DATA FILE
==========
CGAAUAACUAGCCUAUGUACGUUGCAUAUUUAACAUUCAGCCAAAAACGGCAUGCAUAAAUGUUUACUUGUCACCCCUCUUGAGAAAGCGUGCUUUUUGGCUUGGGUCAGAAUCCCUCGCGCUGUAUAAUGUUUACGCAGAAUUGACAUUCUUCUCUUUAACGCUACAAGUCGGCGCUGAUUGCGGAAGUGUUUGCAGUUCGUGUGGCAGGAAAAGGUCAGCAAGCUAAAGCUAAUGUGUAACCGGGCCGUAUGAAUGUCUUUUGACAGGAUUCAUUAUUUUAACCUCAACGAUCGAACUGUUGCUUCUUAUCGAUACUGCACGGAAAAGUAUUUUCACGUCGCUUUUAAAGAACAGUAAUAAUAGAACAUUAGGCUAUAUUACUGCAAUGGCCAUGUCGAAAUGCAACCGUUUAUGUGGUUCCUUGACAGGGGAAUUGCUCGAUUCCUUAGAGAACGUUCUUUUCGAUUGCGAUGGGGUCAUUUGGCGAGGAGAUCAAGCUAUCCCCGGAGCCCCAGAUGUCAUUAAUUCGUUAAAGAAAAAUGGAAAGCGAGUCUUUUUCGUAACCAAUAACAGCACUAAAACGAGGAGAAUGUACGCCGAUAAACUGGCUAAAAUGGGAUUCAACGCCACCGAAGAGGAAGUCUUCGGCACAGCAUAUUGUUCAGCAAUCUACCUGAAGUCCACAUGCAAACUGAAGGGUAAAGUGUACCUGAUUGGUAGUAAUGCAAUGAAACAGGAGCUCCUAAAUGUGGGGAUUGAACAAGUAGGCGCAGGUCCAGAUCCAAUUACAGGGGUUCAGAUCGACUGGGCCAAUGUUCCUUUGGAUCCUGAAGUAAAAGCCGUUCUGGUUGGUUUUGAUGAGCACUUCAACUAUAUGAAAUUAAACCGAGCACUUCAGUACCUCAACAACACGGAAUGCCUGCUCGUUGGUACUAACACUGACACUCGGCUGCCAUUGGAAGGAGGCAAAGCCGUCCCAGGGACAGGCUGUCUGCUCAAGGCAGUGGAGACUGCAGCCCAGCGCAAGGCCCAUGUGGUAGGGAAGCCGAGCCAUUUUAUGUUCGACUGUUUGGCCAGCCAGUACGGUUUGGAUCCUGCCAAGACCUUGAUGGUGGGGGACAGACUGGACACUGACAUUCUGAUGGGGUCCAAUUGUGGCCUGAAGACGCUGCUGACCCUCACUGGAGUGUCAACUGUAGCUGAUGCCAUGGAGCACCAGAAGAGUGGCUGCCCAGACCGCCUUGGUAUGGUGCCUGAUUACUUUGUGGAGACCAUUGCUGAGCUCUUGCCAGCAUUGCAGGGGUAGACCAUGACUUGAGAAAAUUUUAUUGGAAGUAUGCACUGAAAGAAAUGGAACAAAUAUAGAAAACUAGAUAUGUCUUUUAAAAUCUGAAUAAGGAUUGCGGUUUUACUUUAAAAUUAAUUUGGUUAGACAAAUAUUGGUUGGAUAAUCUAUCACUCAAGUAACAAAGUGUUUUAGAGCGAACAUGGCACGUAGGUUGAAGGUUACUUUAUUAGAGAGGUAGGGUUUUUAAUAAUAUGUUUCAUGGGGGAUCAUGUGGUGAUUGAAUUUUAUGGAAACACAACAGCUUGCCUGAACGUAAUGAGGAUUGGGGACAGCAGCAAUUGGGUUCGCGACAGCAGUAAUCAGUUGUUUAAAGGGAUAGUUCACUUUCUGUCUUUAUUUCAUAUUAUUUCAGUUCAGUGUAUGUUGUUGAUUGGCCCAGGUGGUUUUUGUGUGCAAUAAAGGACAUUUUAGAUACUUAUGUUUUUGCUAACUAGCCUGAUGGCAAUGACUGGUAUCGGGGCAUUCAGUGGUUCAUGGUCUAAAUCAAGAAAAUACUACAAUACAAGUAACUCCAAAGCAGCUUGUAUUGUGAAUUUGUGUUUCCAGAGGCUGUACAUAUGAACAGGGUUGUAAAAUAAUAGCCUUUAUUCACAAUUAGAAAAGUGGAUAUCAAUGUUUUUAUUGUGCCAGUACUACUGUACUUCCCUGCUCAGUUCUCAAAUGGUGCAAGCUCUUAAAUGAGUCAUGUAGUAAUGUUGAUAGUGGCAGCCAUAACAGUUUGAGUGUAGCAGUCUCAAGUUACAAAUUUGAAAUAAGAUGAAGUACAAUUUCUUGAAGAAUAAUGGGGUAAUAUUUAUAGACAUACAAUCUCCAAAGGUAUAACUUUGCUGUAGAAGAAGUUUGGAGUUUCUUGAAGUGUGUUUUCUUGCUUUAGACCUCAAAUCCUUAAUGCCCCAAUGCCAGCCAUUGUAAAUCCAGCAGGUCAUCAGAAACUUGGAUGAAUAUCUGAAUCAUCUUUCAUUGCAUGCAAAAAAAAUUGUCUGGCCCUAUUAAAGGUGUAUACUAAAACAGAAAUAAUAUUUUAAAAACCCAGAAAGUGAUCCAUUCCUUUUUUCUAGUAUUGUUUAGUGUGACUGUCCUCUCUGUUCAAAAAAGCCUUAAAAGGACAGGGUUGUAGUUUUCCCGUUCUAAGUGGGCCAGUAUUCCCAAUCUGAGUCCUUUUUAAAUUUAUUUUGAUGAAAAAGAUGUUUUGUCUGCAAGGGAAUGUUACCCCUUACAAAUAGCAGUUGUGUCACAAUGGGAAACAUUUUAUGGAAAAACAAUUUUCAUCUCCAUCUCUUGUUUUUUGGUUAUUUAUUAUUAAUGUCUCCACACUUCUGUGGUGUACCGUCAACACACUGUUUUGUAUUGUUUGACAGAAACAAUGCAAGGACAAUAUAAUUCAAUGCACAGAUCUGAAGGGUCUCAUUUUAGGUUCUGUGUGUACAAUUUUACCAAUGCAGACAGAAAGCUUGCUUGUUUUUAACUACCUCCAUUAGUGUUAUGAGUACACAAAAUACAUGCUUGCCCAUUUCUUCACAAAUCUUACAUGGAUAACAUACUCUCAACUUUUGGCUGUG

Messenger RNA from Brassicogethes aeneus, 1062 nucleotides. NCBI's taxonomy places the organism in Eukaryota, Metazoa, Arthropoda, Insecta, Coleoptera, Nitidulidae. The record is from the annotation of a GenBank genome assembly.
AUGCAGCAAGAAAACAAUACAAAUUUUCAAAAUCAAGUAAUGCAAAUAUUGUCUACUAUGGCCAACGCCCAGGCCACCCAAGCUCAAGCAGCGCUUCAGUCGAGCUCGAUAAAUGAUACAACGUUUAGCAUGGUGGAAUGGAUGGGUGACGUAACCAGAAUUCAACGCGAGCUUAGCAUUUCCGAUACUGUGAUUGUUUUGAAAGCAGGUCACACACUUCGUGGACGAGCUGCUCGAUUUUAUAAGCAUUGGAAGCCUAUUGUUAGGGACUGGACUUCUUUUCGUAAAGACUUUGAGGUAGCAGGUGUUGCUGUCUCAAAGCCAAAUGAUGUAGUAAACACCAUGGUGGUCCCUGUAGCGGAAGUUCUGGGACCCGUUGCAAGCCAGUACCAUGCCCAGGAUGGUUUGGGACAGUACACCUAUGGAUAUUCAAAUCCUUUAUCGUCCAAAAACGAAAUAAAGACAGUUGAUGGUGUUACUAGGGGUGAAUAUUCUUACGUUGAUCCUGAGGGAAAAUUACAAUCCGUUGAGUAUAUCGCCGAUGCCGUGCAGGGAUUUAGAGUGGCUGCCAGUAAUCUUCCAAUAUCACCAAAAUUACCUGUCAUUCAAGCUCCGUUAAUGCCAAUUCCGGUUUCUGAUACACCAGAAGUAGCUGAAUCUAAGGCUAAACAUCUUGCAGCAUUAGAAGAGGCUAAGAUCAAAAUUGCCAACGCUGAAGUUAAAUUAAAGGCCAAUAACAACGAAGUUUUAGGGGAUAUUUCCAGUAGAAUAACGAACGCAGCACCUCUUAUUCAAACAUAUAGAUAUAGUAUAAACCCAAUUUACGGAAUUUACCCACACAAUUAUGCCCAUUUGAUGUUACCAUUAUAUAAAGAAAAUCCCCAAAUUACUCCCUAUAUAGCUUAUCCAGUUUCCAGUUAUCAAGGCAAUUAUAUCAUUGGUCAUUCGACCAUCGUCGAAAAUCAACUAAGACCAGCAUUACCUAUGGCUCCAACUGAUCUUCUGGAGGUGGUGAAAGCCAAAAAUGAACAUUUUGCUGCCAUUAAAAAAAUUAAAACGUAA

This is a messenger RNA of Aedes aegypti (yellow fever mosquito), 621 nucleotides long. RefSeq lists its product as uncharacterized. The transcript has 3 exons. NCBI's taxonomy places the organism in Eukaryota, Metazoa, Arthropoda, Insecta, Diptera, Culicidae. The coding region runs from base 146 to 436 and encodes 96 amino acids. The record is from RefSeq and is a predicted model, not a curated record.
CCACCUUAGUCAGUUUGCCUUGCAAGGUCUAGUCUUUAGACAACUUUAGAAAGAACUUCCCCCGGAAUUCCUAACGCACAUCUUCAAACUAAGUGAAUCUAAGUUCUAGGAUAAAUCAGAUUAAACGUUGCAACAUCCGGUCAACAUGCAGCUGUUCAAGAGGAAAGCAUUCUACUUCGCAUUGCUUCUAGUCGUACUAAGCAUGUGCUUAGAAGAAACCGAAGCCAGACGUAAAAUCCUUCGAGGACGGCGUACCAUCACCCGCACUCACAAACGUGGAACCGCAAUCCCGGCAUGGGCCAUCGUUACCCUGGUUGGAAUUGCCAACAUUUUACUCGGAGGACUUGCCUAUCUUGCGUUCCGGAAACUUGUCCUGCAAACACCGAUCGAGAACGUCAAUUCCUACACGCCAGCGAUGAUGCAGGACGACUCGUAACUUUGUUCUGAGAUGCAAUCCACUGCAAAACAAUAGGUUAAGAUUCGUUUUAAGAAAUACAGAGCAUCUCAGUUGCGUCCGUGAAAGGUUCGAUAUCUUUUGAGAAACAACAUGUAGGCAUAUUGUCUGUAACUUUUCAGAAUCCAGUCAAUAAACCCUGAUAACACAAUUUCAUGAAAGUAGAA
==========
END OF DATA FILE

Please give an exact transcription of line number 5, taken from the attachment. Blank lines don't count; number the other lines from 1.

CCACCUUAGUCAGUUUGCCUUGCAAGGUCUAGUCUUUAGACAACUUUAGAAAGAACUUCCCCCGGAAUUCCUAACGCACAUCUUCAAACUAAGUGAAUCUAAGUUCUAGGAUAAAUCAGAUUAAACGUUGCAACAUCCGGUCAACAUGCAGCUGUUCAAGAGGAAAGCAUUCUACUUCGCAUUGCUUCUAGUCGUACUAAGCAUGUGCUUAGAAGAAACCGAAGCCAGACGUAAAAUCCUUCGAGGACGGCGUACCAUCACCCGCACUCACAAACGUGGAACCGCAAUCCCGGCAUGGGCCAUCGUUACCCUGGUUGGAAUUGCCAACAUUUUACUCGGAGGACUUGCCUAUCUUGCGUUCCGGAAACUUGUCCUGCAAACACCGAUCGAGAACGUCAAUUCCUACACGCCAGCGAUGAUGCAGGACGACUCGUAACUUUGUUCUGAGAUGCAAUCCACUGCAAAACAAUAGGUUAAGAUUCGUUUUAAGAAAUACAGAGCAUCUCAGUUGCGUCCGUGAAAGGUUCGAUAUCUUUUGAGAAACAACAUGUAGGCAUAUUGUCUGUAACUUUUCAGAAUCCAGUCAAUAAACCCUGAUAACACAAUUUCAUGAAAGUAGAA